— by Taylor Kennedy
Marshall’s men’s basketball staff recently added of one of the program’s most impactful players in Tamar Slay.
Slay, who replaces Scott Rigot as an assistant coach, will primarily lead skill development with Herd players.
A four-year letterman for the Herd from 1998-2002, Slay brings basketball knowledge obtained since his playing days as a high school star for the Woodrow Wilson Flying Eagles.
The 54th pick in the 2002 NBA Draft, Slay is eager to get going in his new role.
“I have a lot of pride in Marshall,” Slay said. “I wore the green and white, and to have the opportunity to be back here and help out the program is a tremendous honor as far as moving up the ranks.
“God opened a door for me, and I needed to take a peek inside to see if this is where my next chapter in life will be. Having the opportunity to do it in my home state with the coaching staff, who are all southern West Virginia guys, you couldn’t write a better script.”
D’Antoni and Slay frequently talked while Slay was in North Carolina coaching high school basketball. Slay believes the communication and bond between the two ultimately led him back to Huntington.
“We’ve always kept in touch,” Slay stated. “We have always joked around about what if I had an interest in coaching college basketball, and I always left the door open. Dan sent me a text message asking if I was interested. I could tell this was a serious text message. I showed it to my wife, and we knew we had to make a decision. He let me know what was going on at Marshall and that he would like for me to join the staff. I prayed on it, and now I’m here.”
Slay remains in the top 10 in Marshall scoring history with 1,792 career points. Slay also held the record for 3-pointers at MU with 251 before Austin Loop broke that in 2017.
Slay went on to play three seasons in the NBA, first for the New Jersey Nets and later the Charlotte Bobcats. After his NBA career concluded, Slay played eight seasons in Europe, including seven in Italy.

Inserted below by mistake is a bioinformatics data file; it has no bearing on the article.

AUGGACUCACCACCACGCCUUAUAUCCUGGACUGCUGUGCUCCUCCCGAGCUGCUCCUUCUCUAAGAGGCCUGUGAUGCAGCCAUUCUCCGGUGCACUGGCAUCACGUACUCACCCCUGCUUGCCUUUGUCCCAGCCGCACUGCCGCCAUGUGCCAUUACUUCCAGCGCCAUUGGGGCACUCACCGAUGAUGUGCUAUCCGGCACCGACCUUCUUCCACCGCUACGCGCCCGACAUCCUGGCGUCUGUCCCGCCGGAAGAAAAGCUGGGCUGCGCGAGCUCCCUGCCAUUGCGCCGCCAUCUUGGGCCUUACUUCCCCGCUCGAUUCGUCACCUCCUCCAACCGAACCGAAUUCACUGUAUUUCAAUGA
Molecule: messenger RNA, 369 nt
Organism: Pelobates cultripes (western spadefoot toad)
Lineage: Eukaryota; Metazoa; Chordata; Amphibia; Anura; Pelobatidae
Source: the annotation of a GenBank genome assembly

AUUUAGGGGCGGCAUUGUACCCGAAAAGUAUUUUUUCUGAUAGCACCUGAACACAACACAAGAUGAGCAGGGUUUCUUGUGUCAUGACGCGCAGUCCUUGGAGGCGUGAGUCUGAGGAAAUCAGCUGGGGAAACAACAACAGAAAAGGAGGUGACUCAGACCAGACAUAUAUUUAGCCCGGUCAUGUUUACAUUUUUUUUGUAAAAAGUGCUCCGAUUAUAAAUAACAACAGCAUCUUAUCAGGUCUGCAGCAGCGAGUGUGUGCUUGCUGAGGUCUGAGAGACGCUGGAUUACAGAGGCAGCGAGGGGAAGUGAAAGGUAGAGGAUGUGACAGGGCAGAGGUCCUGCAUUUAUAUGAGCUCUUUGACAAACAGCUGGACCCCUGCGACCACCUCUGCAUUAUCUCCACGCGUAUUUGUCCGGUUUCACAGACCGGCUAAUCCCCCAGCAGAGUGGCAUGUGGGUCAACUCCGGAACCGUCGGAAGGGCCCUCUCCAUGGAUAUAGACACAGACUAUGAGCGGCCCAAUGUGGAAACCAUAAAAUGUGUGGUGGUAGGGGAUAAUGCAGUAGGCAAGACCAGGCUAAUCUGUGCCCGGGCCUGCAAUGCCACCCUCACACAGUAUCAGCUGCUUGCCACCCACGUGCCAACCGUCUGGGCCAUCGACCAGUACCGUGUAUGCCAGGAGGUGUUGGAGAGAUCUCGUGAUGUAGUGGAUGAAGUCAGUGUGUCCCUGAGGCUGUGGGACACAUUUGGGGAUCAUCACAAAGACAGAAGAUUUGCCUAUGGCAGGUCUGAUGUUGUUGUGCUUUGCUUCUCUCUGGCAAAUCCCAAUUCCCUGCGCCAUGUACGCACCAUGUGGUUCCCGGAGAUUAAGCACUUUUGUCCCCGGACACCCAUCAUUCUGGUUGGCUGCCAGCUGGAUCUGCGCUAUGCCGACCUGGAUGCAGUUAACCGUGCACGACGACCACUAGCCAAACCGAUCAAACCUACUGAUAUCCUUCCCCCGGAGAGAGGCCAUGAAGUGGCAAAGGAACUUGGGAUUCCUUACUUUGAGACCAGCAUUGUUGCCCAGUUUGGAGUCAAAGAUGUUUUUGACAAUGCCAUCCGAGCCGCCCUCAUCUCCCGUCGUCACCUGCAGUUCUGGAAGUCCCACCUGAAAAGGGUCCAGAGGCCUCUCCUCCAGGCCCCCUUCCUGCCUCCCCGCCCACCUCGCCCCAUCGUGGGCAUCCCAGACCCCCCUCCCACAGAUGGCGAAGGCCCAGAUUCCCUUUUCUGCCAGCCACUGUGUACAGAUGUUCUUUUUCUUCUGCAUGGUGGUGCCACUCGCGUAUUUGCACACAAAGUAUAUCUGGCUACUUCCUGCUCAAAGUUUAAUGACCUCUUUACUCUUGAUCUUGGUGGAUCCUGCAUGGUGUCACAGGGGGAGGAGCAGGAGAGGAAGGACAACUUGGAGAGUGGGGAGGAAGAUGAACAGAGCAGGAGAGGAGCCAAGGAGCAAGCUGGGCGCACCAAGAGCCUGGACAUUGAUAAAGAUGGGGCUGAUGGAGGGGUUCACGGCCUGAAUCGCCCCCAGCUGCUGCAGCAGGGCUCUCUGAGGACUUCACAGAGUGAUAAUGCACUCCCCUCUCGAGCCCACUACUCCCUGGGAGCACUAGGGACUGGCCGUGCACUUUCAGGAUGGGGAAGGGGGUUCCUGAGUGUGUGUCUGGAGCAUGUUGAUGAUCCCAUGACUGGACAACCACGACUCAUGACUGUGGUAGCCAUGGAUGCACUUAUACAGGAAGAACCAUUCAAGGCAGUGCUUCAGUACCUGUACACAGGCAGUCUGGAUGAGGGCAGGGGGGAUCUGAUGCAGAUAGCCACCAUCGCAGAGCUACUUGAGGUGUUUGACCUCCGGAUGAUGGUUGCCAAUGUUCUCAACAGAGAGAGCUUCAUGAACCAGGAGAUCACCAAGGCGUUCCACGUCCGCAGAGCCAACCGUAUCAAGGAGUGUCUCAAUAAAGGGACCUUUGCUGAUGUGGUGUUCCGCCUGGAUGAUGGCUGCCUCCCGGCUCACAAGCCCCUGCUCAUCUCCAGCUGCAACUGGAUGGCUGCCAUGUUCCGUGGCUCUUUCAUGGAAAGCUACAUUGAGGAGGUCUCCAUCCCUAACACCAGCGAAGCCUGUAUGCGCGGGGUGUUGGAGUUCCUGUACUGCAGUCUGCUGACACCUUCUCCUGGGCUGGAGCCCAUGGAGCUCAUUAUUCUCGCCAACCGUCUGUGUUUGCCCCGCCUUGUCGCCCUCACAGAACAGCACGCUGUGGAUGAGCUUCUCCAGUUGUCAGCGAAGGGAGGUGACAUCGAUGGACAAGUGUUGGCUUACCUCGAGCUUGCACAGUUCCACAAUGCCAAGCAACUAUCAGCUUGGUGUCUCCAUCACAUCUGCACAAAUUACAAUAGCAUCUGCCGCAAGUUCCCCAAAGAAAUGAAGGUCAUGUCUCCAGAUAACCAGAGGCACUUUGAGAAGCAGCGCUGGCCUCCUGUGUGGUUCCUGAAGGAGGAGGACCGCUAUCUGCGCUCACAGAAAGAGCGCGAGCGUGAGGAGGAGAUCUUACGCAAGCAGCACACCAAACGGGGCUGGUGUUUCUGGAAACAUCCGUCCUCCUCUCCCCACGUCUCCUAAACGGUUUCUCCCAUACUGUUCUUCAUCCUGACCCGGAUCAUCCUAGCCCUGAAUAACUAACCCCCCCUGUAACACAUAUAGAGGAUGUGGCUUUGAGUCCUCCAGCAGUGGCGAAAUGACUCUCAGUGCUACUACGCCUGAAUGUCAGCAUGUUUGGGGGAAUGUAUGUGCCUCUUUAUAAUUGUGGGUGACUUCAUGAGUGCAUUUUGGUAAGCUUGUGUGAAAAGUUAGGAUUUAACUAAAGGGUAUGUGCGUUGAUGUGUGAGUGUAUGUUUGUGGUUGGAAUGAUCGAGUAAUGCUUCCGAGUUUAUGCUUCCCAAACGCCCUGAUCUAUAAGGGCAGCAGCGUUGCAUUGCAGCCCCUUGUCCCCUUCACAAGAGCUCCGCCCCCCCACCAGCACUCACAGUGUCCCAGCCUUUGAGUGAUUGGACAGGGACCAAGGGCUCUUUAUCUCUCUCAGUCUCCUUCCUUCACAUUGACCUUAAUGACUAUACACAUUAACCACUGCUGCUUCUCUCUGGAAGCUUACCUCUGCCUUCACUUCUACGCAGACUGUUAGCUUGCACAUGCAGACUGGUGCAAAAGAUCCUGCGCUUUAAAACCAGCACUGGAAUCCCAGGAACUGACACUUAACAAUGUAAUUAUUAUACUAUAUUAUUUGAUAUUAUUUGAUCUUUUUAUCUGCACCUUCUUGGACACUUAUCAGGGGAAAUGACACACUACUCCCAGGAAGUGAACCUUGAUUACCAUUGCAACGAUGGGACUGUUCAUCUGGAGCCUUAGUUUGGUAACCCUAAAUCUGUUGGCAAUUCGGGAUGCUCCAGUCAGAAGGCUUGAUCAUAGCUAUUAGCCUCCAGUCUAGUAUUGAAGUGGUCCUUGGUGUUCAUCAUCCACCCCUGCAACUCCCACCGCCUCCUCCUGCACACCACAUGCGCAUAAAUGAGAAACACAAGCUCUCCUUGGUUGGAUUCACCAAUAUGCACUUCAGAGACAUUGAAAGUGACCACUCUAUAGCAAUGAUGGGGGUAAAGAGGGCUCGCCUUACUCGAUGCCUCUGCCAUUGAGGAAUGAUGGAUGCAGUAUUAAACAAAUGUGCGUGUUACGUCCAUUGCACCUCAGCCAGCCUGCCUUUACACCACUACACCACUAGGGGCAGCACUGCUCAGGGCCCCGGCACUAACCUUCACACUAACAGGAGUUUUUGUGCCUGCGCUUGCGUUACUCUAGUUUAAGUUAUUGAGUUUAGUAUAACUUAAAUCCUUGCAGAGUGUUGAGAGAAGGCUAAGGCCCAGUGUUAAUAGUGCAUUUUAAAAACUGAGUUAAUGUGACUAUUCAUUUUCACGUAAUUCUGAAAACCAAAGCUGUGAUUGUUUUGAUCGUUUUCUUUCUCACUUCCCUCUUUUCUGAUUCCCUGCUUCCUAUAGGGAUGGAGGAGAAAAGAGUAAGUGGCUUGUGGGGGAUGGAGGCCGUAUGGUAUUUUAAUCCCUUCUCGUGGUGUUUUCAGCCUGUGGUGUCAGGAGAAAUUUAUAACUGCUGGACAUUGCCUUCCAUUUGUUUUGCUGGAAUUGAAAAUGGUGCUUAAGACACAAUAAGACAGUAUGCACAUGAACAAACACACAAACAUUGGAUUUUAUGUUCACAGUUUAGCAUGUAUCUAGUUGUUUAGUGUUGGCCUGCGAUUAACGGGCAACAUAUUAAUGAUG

His career was enshrined in the Marshall Sports Hall of Fame in 2014. Slay knows that the same time and energy put in as a player will be applied now as a coach.
“The same pride I played with is the same pride I’m going to coach with even though I wasn’t coaching here over the last 20 years,” Slay said. “This is a second home to me. This job goes back to being a West Virginia guy. When I walk out on the floor, I have a sense of pride for this school and basketball team. Every day when I wake up and come to work, I will work with that same intensity and passion that I did as a player. It’s a blessing to be able to coach at a school where I played at.”
Slay noticed differences at the Cam Henderson Center upon his return to Huntington.
“I like the upgrades that have taken place since I was here 20 years ago,” Slay noted. “They have done a few upgrades to the court and other things like that. I wouldn’t say it feels smaller because I played in the NBA and overseas in Europe. The gyms in Europe are not the size of the Cam Henderson Center. It feels a little bigger.. To see all the seats and the size of the court is not something I have grown accustomed to seeing in the last 15 years.”
Before joining the Thundering Herd, Slay was the head of Tamar Slay Basketball Enterprise, established in 2014. He trained and educated basketball players in camps and events. The company will now continue operating under new management as Slay embarks on this new journey.